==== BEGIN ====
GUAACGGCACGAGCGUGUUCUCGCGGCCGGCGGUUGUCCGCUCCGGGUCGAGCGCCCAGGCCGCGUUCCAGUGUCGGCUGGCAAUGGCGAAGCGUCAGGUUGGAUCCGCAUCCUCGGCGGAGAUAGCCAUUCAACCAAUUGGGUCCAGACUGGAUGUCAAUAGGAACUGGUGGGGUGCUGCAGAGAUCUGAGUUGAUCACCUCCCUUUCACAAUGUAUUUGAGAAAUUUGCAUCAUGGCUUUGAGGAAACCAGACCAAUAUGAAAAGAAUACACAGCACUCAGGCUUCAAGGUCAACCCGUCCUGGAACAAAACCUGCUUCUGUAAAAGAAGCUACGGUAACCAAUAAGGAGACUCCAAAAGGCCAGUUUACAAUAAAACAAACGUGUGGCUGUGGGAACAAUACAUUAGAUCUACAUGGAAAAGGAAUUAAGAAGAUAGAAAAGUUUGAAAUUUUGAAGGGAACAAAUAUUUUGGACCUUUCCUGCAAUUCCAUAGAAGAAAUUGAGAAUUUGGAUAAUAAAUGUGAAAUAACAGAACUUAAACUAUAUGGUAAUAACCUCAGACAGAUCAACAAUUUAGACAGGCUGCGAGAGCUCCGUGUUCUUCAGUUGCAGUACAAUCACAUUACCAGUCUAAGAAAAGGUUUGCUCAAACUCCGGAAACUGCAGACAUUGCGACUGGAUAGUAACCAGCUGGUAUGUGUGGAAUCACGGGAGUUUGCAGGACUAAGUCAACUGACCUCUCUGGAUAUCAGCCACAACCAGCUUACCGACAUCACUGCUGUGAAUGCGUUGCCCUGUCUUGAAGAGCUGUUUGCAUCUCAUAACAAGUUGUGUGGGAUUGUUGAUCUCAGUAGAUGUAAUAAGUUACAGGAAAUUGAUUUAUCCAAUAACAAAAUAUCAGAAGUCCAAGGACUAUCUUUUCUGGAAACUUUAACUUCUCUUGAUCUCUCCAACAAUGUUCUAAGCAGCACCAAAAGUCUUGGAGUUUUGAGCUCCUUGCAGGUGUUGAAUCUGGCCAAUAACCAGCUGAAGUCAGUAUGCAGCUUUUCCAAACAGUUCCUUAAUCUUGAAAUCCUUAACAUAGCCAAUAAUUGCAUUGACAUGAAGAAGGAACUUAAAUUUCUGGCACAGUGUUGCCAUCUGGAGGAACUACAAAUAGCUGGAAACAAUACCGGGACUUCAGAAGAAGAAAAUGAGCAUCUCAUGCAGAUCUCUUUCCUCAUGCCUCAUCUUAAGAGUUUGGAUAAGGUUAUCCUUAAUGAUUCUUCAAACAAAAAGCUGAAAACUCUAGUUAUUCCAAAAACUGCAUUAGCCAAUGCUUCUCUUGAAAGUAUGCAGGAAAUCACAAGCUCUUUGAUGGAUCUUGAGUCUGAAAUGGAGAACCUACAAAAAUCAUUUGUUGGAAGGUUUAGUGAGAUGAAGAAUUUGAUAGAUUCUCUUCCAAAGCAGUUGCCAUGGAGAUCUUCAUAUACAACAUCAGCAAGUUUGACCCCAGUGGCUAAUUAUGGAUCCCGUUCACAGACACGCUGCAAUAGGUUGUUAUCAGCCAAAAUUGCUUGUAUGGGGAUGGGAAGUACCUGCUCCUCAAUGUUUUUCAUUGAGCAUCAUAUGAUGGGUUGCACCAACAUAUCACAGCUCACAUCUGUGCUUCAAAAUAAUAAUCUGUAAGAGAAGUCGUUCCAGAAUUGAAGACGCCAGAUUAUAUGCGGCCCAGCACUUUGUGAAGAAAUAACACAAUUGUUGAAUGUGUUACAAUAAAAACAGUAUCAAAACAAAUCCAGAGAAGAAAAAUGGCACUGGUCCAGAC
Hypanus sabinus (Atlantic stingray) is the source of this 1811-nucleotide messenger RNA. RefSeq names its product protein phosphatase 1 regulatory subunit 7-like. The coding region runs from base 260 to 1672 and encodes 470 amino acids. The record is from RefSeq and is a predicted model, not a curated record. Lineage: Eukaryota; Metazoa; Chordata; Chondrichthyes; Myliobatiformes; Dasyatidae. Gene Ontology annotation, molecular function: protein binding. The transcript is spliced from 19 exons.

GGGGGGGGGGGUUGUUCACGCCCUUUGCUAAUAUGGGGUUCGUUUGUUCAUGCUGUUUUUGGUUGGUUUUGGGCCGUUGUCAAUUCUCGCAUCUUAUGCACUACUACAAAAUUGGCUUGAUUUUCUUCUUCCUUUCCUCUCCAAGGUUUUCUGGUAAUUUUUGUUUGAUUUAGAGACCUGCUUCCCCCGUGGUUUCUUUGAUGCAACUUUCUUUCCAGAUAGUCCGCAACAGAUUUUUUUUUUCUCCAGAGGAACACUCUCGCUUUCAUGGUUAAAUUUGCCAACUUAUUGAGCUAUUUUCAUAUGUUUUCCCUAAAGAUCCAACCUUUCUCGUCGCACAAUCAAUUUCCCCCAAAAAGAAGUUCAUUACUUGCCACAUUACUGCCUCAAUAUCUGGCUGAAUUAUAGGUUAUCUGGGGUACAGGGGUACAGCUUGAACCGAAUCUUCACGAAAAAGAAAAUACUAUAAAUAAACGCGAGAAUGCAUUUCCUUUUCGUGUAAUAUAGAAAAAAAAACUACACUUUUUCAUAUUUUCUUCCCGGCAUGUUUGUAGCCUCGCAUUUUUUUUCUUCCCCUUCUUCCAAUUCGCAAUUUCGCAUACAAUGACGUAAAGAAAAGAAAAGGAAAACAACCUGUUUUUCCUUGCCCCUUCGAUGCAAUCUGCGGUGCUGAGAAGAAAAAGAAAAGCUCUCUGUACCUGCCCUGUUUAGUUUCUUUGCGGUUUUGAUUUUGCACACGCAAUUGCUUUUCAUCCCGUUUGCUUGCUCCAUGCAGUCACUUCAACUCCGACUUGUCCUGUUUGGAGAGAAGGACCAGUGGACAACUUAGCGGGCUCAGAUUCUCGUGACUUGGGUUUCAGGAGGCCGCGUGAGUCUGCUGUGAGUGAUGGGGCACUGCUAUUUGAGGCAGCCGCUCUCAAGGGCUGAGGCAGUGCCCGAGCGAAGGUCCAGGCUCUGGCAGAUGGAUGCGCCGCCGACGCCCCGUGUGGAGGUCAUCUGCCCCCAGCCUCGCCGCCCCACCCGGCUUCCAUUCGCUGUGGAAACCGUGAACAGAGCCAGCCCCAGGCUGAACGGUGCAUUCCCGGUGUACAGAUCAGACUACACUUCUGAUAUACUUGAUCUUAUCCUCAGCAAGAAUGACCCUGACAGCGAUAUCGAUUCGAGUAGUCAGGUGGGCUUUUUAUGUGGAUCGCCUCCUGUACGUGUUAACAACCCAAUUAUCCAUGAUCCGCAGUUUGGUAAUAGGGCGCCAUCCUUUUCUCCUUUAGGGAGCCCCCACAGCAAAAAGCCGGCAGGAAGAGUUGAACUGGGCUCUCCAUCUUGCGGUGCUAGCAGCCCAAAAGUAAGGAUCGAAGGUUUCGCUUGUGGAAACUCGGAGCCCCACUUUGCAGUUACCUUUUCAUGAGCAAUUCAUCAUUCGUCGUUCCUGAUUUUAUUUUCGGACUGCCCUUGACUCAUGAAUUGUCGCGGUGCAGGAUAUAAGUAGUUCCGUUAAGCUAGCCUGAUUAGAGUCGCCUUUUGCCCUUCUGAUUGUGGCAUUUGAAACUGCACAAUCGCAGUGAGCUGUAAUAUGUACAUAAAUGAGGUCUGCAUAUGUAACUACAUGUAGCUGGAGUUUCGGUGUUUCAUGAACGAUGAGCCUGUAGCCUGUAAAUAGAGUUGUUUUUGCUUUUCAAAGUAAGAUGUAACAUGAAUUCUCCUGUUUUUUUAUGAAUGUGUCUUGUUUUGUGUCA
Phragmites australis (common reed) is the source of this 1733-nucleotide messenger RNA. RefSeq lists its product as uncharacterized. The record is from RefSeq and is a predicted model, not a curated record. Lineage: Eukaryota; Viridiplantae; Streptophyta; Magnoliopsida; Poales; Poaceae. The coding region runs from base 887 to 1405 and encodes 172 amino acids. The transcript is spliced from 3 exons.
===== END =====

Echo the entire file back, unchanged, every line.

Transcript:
GUAACGGCACGAGCGUGUUCUCGCGGCCGGCGGUUGUCCGCUCCGGGUCGAGCGCCCAGGCCGCGUUCCAGUGUCGGCUGGCAAUGGCGAAGCGUCAGGUUGGAUCCGCAUCCUCGGCGGAGAUAGCCAUUCAACCAAUUGGGUCCAGACUGGAUGUCAAUAGGAACUGGUGGGGUGCUGCAGAGAUCUGAGUUGAUCACCUCCCUUUCACAAUGUAUUUGAGAAAUUUGCAUCAUGGCUUUGAGGAAACCAGACCAAUAUGAAAAGAAUACACAGCACUCAGGCUUCAAGGUCAACCCGUCCUGGAACAAAACCUGCUUCUGUAAAAGAAGCUACGGUAACCAAUAAGGAGACUCCAAAAGGCCAGUUUACAAUAAAACAAACGUGUGGCUGUGGGAACAAUACAUUAGAUCUACAUGGAAAAGGAAUUAAGAAGAUAGAAAAGUUUGAAAUUUUGAAGGGAACAAAUAUUUUGGACCUUUCCUGCAAUUCCAUAGAAGAAAUUGAGAAUUUGGAUAAUAAAUGUGAAAUAACAGAACUUAAACUAUAUGGUAAUAACCUCAGACAGAUCAACAAUUUAGACAGGCUGCGAGAGCUCCGUGUUCUUCAGUUGCAGUACAAUCACAUUACCAGUCUAAGAAAAGGUUUGCUCAAACUCCGGAAACUGCAGACAUUGCGACUGGAUAGUAACCAGCUGGUAUGUGUGGAAUCACGGGAGUUUGCAGGACUAAGUCAACUGACCUCUCUGGAUAUCAGCCACAACCAGCUUACCGACAUCACUGCUGUGAAUGCGUUGCCCUGUCUUGAAGAGCUGUUUGCAUCUCAUAACAAGUUGUGUGGGAUUGUUGAUCUCAGUAGAUGUAAUAAGUUACAGGAAAUUGAUUUAUCCAAUAACAAAAUAUCAGAAGUCCAAGGACUAUCUUUUCUGGAAACUUUAACUUCUCUUGAUCUCUCCAACAAUGUUCUAAGCAGCACCAAAAGUCUUGGAGUUUUGAGCUCCUUGCAGGUGUUGAAUCUGGCCAAUAACCAGCUGAAGUCAGUAUGCAGCUUUUCCAAACAGUUCCUUAAUCUUGAAAUCCUUAACAUAGCCAAUAAUUGCAUUGACAUGAAGAAGGAACUUAAAUUUCUGGCACAGUGUUGCCAUCUGGAGGAACUACAAAUAGCUGGAAACAAUACCGGGACUUCAGAAGAAGAAAAUGAGCAUCUCAUGCAGAUCUCUUUCCUCAUGCCUCAUCUUAAGAGUUUGGAUAAGGUUAUCCUUAAUGAUUCUUCAAACAAAAAGCUGAAAACUCUAGUUAUUCCAAAAACUGCAUUAGCCAAUGCUUCUCUUGAAAGUAUGCAGGAAAUCACAAGCUCUUUGAUGGAUCUUGAGUCUGAAAUGGAGAACCUACAAAAAUCAUUUGUUGGAAGGUUUAGUGAGAUGAAGAAUUUGAUAGAUUCUCUUCCAAAGCAGUUGCCAUGGAGAUCUUCAUAUACAACAUCAGCAAGUUUGACCCCAGUGGCUAAUUAUGGAUCCCGUUCACAGACACGCUGCAAUAGGUUGUUAUCAGCCAAAAUUGCUUGUAUGGGGAUGGGAAGUACCUGCUCCUCAAUGUUUUUCAUUGAGCAUCAUAUGAUGGGUUGCACCAACAUAUCACAGCUCACAUCUGUGCUUCAAAAUAAUAAUCUGUAAGAGAAGUCGUUCCAGAAUUGAAGACGCCAGAUUAUAUGCGGCCCAGCACUUUGUGAAGAAAUAACACAAUUGUUGAAUGUGUUACAAUAAAAACAGUAUCAAAACAAAUCCAGAGAAGAAAAAUGGCACUGGUCCAGAC
Hypanus sabinus (Atlantic stingray) is the source of this 1811-nucleotide messenger RNA. RefSeq names its product protein phosphatase 1 regulatory subunit 7-like. The coding region runs from base 260 to 1672 and encodes 470 amino acids. The record is from RefSeq and is a predicted model, not a curated record. Lineage: Eukaryota; Metazoa; Chordata; Chondrichthyes; Myliobatiformes; Dasyatidae. Gene Ontology annotation, molecular function: protein binding. The transcript is spliced from 19 exons.

GGGGGGGGGGGUUGUUCACGCCCUUUGCUAAUAUGGGGUUCGUUUGUUCAUGCUGUUUUUGGUUGGUUUUGGGCCGUUGUCAAUUCUCGCAUCUUAUGCACUACUACAAAAUUGGCUUGAUUUUCUUCUUCCUUUCCUCUCCAAGGUUUUCUGGUAAUUUUUGUUUGAUUUAGAGACCUGCUUCCCCCGUGGUUUCUUUGAUGCAACUUUCUUUCCAGAUAGUCCGCAACAGAUUUUUUUUUUCUCCAGAGGAACACUCUCGCUUUCAUGGUUAAAUUUGCCAACUUAUUGAGCUAUUUUCAUAUGUUUUCCCUAAAGAUCCAACCUUUCUCGUCGCACAAUCAAUUUCCCCCAAAAAGAAGUUCAUUACUUGCCACAUUACUGCCUCAAUAUCUGGCUGAAUUAUAGGUUAUCUGGGGUACAGGGGUACAGCUUGAACCGAAUCUUCACGAAAAAGAAAAUACUAUAAAUAAACGCGAGAAUGCAUUUCCUUUUCGUGUAAUAUAGAAAAAAAAACUACACUUUUUCAUAUUUUCUUCCCGGCAUGUUUGUAGCCUCGCAUUUUUUUUCUUCCCCUUCUUCCAAUUCGCAAUUUCGCAUACAAUGACGUAAAGAAAAGAAAAGGAAAACAACCUGUUUUUCCUUGCCCCUUCGAUGCAAUCUGCGGUGCUGAGAAGAAAAAGAAAAGCUCUCUGUACCUGCCCUGUUUAGUUUCUUUGCGGUUUUGAUUUUGCACACGCAAUUGCUUUUCAUCCCGUUUGCUUGCUCCAUGCAGUCACUUCAACUCCGACUUGUCCUGUUUGGAGAGAAGGACCAGUGGACAACUUAGCGGGCUCAGAUUCUCGUGACUUGGGUUUCAGGAGGCCGCGUGAGUCUGCUGUGAGUGAUGGGGCACUGCUAUUUGAGGCAGCCGCUCUCAAGGGCUGAGGCAGUGCCCGAGCGAAGGUCCAGGCUCUGGCAGAUGGAUGCGCCGCCGACGCCCCGUGUGGAGGUCAUCUGCCCCCAGCCUCGCCGCCCCACCCGGCUUCCAUUCGCUGUGGAAACCGUGAACAGAGCCAGCCCCAGGCUGAACGGUGCAUUCCCGGUGUACAGAUCAGACUACACUUCUGAUAUACUUGAUCUUAUCCUCAGCAAGAAUGACCCUGACAGCGAUAUCGAUUCGAGUAGUCAGGUGGGCUUUUUAUGUGGAUCGCCUCCUGUACGUGUUAACAACCCAAUUAUCCAUGAUCCGCAGUUUGGUAAUAGGGCGCCAUCCUUUUCUCCUUUAGGGAGCCCCCACAGCAAAAAGCCGGCAGGAAGAGUUGAACUGGGCUCUCCAUCUUGCGGUGCUAGCAGCCCAAAAGUAAGGAUCGAAGGUUUCGCUUGUGGAAACUCGGAGCCCCACUUUGCAGUUACCUUUUCAUGAGCAAUUCAUCAUUCGUCGUUCCUGAUUUUAUUUUCGGACUGCCCUUGACUCAUGAAUUGUCGCGGUGCAGGAUAUAAGUAGUUCCGUUAAGCUAGCCUGAUUAGAGUCGCCUUUUGCCCUUCUGAUUGUGGCAUUUGAAACUGCACAAUCGCAGUGAGCUGUAAUAUGUACAUAAAUGAGGUCUGCAUAUGUAACUACAUGUAGCUGGAGUUUCGGUGUUUCAUGAACGAUGAGCCUGUAGCCUGUAAAUAGAGUUGUUUUUGCUUUUCAAAGUAAGAUGUAACAUGAAUUCUCCUGUUUUUUUAUGAAUGUGUCUUGUUUUGUGUCA
Phragmites australis (common reed) is the source of this 1733-nucleotide messenger RNA. RefSeq lists its product as uncharacterized. The record is from RefSeq and is a predicted model, not a curated record. Lineage: Eukaryota; Viridiplantae; Streptophyta; Magnoliopsida; Poales; Poaceae. The coding region runs from base 887 to 1405 and encodes 172 amino acids. The transcript is spliced from 3 exons.